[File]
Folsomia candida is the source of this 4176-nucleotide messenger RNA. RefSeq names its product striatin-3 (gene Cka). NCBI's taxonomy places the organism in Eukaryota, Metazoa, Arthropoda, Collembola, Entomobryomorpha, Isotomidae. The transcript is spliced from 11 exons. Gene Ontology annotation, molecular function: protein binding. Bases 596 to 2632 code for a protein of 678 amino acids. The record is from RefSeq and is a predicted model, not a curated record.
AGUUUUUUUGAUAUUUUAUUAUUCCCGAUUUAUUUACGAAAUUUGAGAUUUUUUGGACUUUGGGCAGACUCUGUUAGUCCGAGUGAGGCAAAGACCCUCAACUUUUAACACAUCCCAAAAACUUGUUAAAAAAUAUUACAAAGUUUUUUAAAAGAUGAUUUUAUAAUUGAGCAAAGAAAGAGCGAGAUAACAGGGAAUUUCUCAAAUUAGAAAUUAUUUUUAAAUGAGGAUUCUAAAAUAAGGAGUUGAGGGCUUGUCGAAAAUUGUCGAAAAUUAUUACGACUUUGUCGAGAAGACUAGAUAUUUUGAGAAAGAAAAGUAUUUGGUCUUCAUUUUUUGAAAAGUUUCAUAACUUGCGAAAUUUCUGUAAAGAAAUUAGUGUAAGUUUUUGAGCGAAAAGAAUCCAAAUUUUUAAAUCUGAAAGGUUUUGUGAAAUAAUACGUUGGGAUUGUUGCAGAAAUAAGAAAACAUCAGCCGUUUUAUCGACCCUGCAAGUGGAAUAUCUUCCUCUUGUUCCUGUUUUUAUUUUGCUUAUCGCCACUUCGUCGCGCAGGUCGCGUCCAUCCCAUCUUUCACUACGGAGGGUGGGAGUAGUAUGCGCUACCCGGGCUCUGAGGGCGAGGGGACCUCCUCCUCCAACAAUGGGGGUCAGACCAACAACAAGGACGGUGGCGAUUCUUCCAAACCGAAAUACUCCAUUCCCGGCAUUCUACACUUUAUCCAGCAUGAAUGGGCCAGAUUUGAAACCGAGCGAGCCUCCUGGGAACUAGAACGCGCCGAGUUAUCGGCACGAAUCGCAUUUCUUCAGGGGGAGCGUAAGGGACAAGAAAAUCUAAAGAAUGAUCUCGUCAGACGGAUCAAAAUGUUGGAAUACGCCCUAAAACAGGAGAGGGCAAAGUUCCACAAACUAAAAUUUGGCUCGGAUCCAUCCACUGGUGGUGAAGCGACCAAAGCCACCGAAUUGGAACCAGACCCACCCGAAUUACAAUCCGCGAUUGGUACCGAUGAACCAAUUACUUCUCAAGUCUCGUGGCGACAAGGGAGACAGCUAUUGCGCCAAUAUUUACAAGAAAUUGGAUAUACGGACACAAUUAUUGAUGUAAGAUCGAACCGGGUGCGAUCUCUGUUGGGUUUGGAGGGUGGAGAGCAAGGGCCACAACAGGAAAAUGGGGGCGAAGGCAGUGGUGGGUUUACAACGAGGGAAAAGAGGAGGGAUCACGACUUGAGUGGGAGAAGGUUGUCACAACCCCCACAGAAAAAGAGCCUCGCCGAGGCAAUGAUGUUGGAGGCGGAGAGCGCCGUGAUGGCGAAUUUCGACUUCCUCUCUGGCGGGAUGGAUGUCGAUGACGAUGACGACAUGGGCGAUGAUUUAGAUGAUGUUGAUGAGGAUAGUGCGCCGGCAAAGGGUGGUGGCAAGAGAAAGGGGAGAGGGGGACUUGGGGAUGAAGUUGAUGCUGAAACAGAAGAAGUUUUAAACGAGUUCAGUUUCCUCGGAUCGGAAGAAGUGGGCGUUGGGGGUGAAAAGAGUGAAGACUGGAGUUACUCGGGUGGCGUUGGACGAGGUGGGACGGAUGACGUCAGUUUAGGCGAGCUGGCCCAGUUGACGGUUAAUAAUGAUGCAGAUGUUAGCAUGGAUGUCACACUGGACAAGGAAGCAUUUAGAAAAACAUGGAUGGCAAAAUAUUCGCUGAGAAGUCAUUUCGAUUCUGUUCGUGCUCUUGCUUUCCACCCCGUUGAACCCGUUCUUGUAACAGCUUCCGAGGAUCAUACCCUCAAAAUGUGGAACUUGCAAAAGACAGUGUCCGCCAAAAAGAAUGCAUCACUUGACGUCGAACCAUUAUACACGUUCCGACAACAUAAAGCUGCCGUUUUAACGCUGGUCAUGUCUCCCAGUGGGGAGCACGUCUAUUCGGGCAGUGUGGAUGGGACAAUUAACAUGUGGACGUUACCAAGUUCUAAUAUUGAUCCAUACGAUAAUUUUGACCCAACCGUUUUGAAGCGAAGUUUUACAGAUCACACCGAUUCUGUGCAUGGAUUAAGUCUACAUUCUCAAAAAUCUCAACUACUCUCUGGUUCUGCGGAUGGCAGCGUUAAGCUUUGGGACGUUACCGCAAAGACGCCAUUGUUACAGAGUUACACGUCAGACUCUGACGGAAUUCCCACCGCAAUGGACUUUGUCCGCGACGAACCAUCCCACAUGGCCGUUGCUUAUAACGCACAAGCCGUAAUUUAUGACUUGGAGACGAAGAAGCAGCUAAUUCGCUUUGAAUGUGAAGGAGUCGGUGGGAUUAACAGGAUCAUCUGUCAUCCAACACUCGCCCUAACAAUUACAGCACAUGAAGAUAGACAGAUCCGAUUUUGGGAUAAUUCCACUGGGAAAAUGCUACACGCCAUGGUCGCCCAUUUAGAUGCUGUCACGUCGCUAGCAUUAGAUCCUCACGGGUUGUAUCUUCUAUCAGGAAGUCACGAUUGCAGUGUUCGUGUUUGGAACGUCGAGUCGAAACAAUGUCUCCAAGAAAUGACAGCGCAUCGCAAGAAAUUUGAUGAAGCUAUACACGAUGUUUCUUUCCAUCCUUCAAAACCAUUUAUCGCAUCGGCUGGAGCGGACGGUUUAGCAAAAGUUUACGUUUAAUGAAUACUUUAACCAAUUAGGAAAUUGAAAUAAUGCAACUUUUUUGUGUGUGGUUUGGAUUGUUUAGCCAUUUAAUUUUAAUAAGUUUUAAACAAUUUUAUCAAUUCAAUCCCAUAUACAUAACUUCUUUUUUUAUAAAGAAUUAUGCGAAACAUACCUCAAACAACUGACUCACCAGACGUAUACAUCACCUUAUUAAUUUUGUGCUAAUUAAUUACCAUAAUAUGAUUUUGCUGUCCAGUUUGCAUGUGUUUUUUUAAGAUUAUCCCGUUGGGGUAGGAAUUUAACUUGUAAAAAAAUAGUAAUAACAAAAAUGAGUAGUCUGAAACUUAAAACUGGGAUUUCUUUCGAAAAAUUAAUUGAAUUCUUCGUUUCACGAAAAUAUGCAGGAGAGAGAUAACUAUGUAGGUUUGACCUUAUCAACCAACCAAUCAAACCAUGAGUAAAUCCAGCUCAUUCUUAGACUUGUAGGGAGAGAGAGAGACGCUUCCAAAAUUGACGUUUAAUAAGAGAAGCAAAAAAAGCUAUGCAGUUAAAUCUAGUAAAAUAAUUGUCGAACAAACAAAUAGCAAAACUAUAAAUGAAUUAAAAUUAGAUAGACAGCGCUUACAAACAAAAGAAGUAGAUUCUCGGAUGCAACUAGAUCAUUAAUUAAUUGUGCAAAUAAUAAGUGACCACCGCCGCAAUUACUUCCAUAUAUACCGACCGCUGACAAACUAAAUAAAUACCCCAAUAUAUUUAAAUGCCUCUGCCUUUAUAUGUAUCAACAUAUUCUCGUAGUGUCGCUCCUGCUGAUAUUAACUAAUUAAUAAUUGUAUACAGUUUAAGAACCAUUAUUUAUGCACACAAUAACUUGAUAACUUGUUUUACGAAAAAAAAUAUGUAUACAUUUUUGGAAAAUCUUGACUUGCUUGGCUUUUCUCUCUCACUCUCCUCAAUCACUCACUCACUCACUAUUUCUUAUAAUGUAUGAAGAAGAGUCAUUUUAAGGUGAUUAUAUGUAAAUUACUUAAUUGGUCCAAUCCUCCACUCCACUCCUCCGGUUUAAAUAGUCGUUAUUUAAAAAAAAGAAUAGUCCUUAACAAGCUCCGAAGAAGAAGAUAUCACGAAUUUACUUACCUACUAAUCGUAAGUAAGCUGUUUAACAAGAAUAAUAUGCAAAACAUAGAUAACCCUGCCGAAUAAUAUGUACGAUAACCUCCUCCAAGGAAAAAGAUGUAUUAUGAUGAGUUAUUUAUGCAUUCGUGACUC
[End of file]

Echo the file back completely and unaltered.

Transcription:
Folsomia candida is the source of this 4176-nucleotide messenger RNA. RefSeq names its product striatin-3 (gene Cka). NCBI's taxonomy places the organism in Eukaryota, Metazoa, Arthropoda, Collembola, Entomobryomorpha, Isotomidae. The transcript is spliced from 11 exons. Gene Ontology annotation, molecular function: protein binding. Bases 596 to 2632 code for a protein of 678 amino acids. The record is from RefSeq and is a predicted model, not a curated record.
AGUUUUUUUGAUAUUUUAUUAUUCCCGAUUUAUUUACGAAAUUUGAGAUUUUUUGGACUUUGGGCAGACUCUGUUAGUCCGAGUGAGGCAAAGACCCUCAACUUUUAACACAUCCCAAAAACUUGUUAAAAAAUAUUACAAAGUUUUUUAAAAGAUGAUUUUAUAAUUGAGCAAAGAAAGAGCGAGAUAACAGGGAAUUUCUCAAAUUAGAAAUUAUUUUUAAAUGAGGAUUCUAAAAUAAGGAGUUGAGGGCUUGUCGAAAAUUGUCGAAAAUUAUUACGACUUUGUCGAGAAGACUAGAUAUUUUGAGAAAGAAAAGUAUUUGGUCUUCAUUUUUUGAAAAGUUUCAUAACUUGCGAAAUUUCUGUAAAGAAAUUAGUGUAAGUUUUUGAGCGAAAAGAAUCCAAAUUUUUAAAUCUGAAAGGUUUUGUGAAAUAAUACGUUGGGAUUGUUGCAGAAAUAAGAAAACAUCAGCCGUUUUAUCGACCCUGCAAGUGGAAUAUCUUCCUCUUGUUCCUGUUUUUAUUUUGCUUAUCGCCACUUCGUCGCGCAGGUCGCGUCCAUCCCAUCUUUCACUACGGAGGGUGGGAGUAGUAUGCGCUACCCGGGCUCUGAGGGCGAGGGGACCUCCUCCUCCAACAAUGGGGGUCAGACCAACAACAAGGACGGUGGCGAUUCUUCCAAACCGAAAUACUCCAUUCCCGGCAUUCUACACUUUAUCCAGCAUGAAUGGGCCAGAUUUGAAACCGAGCGAGCCUCCUGGGAACUAGAACGCGCCGAGUUAUCGGCACGAAUCGCAUUUCUUCAGGGGGAGCGUAAGGGACAAGAAAAUCUAAAGAAUGAUCUCGUCAGACGGAUCAAAAUGUUGGAAUACGCCCUAAAACAGGAGAGGGCAAAGUUCCACAAACUAAAAUUUGGCUCGGAUCCAUCCACUGGUGGUGAAGCGACCAAAGCCACCGAAUUGGAACCAGACCCACCCGAAUUACAAUCCGCGAUUGGUACCGAUGAACCAAUUACUUCUCAAGUCUCGUGGCGACAAGGGAGACAGCUAUUGCGCCAAUAUUUACAAGAAAUUGGAUAUACGGACACAAUUAUUGAUGUAAGAUCGAACCGGGUGCGAUCUCUGUUGGGUUUGGAGGGUGGAGAGCAAGGGCCACAACAGGAAAAUGGGGGCGAAGGCAGUGGUGGGUUUACAACGAGGGAAAAGAGGAGGGAUCACGACUUGAGUGGGAGAAGGUUGUCACAACCCCCACAGAAAAAGAGCCUCGCCGAGGCAAUGAUGUUGGAGGCGGAGAGCGCCGUGAUGGCGAAUUUCGACUUCCUCUCUGGCGGGAUGGAUGUCGAUGACGAUGACGACAUGGGCGAUGAUUUAGAUGAUGUUGAUGAGGAUAGUGCGCCGGCAAAGGGUGGUGGCAAGAGAAAGGGGAGAGGGGGACUUGGGGAUGAAGUUGAUGCUGAAACAGAAGAAGUUUUAAACGAGUUCAGUUUCCUCGGAUCGGAAGAAGUGGGCGUUGGGGGUGAAAAGAGUGAAGACUGGAGUUACUCGGGUGGCGUUGGACGAGGUGGGACGGAUGACGUCAGUUUAGGCGAGCUGGCCCAGUUGACGGUUAAUAAUGAUGCAGAUGUUAGCAUGGAUGUCACACUGGACAAGGAAGCAUUUAGAAAAACAUGGAUGGCAAAAUAUUCGCUGAGAAGUCAUUUCGAUUCUGUUCGUGCUCUUGCUUUCCACCCCGUUGAACCCGUUCUUGUAACAGCUUCCGAGGAUCAUACCCUCAAAAUGUGGAACUUGCAAAAGACAGUGUCCGCCAAAAAGAAUGCAUCACUUGACGUCGAACCAUUAUACACGUUCCGACAACAUAAAGCUGCCGUUUUAACGCUGGUCAUGUCUCCCAGUGGGGAGCACGUCUAUUCGGGCAGUGUGGAUGGGACAAUUAACAUGUGGACGUUACCAAGUUCUAAUAUUGAUCCAUACGAUAAUUUUGACCCAACCGUUUUGAAGCGAAGUUUUACAGAUCACACCGAUUCUGUGCAUGGAUUAAGUCUACAUUCUCAAAAAUCUCAACUACUCUCUGGUUCUGCGGAUGGCAGCGUUAAGCUUUGGGACGUUACCGCAAAGACGCCAUUGUUACAGAGUUACACGUCAGACUCUGACGGAAUUCCCACCGCAAUGGACUUUGUCCGCGACGAACCAUCCCACAUGGCCGUUGCUUAUAACGCACAAGCCGUAAUUUAUGACUUGGAGACGAAGAAGCAGCUAAUUCGCUUUGAAUGUGAAGGAGUCGGUGGGAUUAACAGGAUCAUCUGUCAUCCAACACUCGCCCUAACAAUUACAGCACAUGAAGAUAGACAGAUCCGAUUUUGGGAUAAUUCCACUGGGAAAAUGCUACACGCCAUGGUCGCCCAUUUAGAUGCUGUCACGUCGCUAGCAUUAGAUCCUCACGGGUUGUAUCUUCUAUCAGGAAGUCACGAUUGCAGUGUUCGUGUUUGGAACGUCGAGUCGAAACAAUGUCUCCAAGAAAUGACAGCGCAUCGCAAGAAAUUUGAUGAAGCUAUACACGAUGUUUCUUUCCAUCCUUCAAAACCAUUUAUCGCAUCGGCUGGAGCGGACGGUUUAGCAAAAGUUUACGUUUAAUGAAUACUUUAACCAAUUAGGAAAUUGAAAUAAUGCAACUUUUUUGUGUGUGGUUUGGAUUGUUUAGCCAUUUAAUUUUAAUAAGUUUUAAACAAUUUUAUCAAUUCAAUCCCAUAUACAUAACUUCUUUUUUUAUAAAGAAUUAUGCGAAACAUACCUCAAACAACUGACUCACCAGACGUAUACAUCACCUUAUUAAUUUUGUGCUAAUUAAUUACCAUAAUAUGAUUUUGCUGUCCAGUUUGCAUGUGUUUUUUUAAGAUUAUCCCGUUGGGGUAGGAAUUUAACUUGUAAAAAAAUAGUAAUAACAAAAAUGAGUAGUCUGAAACUUAAAACUGGGAUUUCUUUCGAAAAAUUAAUUGAAUUCUUCGUUUCACGAAAAUAUGCAGGAGAGAGAUAACUAUGUAGGUUUGACCUUAUCAACCAACCAAUCAAACCAUGAGUAAAUCCAGCUCAUUCUUAGACUUGUAGGGAGAGAGAGAGACGCUUCCAAAAUUGACGUUUAAUAAGAGAAGCAAAAAAAGCUAUGCAGUUAAAUCUAGUAAAAUAAUUGUCGAACAAACAAAUAGCAAAACUAUAAAUGAAUUAAAAUUAGAUAGACAGCGCUUACAAACAAAAGAAGUAGAUUCUCGGAUGCAACUAGAUCAUUAAUUAAUUGUGCAAAUAAUAAGUGACCACCGCCGCAAUUACUUCCAUAUAUACCGACCGCUGACAAACUAAAUAAAUACCCCAAUAUAUUUAAAUGCCUCUGCCUUUAUAUGUAUCAACAUAUUCUCGUAGUGUCGCUCCUGCUGAUAUUAACUAAUUAAUAAUUGUAUACAGUUUAAGAACCAUUAUUUAUGCACACAAUAACUUGAUAACUUGUUUUACGAAAAAAAAUAUGUAUACAUUUUUGGAAAAUCUUGACUUGCUUGGCUUUUCUCUCUCACUCUCCUCAAUCACUCACUCACUCACUAUUUCUUAUAAUGUAUGAAGAAGAGUCAUUUUAAGGUGAUUAUAUGUAAAUUACUUAAUUGGUCCAAUCCUCCACUCCACUCCUCCGGUUUAAAUAGUCGUUAUUUAAAAAAAAGAAUAGUCCUUAACAAGCUCCGAAGAAGAAGAUAUCACGAAUUUACUUACCUACUAAUCGUAAGUAAGCUGUUUAACAAGAAUAAUAUGCAAAACAUAGAUAACCCUGCCGAAUAAUAUGUACGAUAACCUCCUCCAAGGAAAAAGAUGUAUUAUGAUGAGUUAUUUAUGCAUUCGUGACUC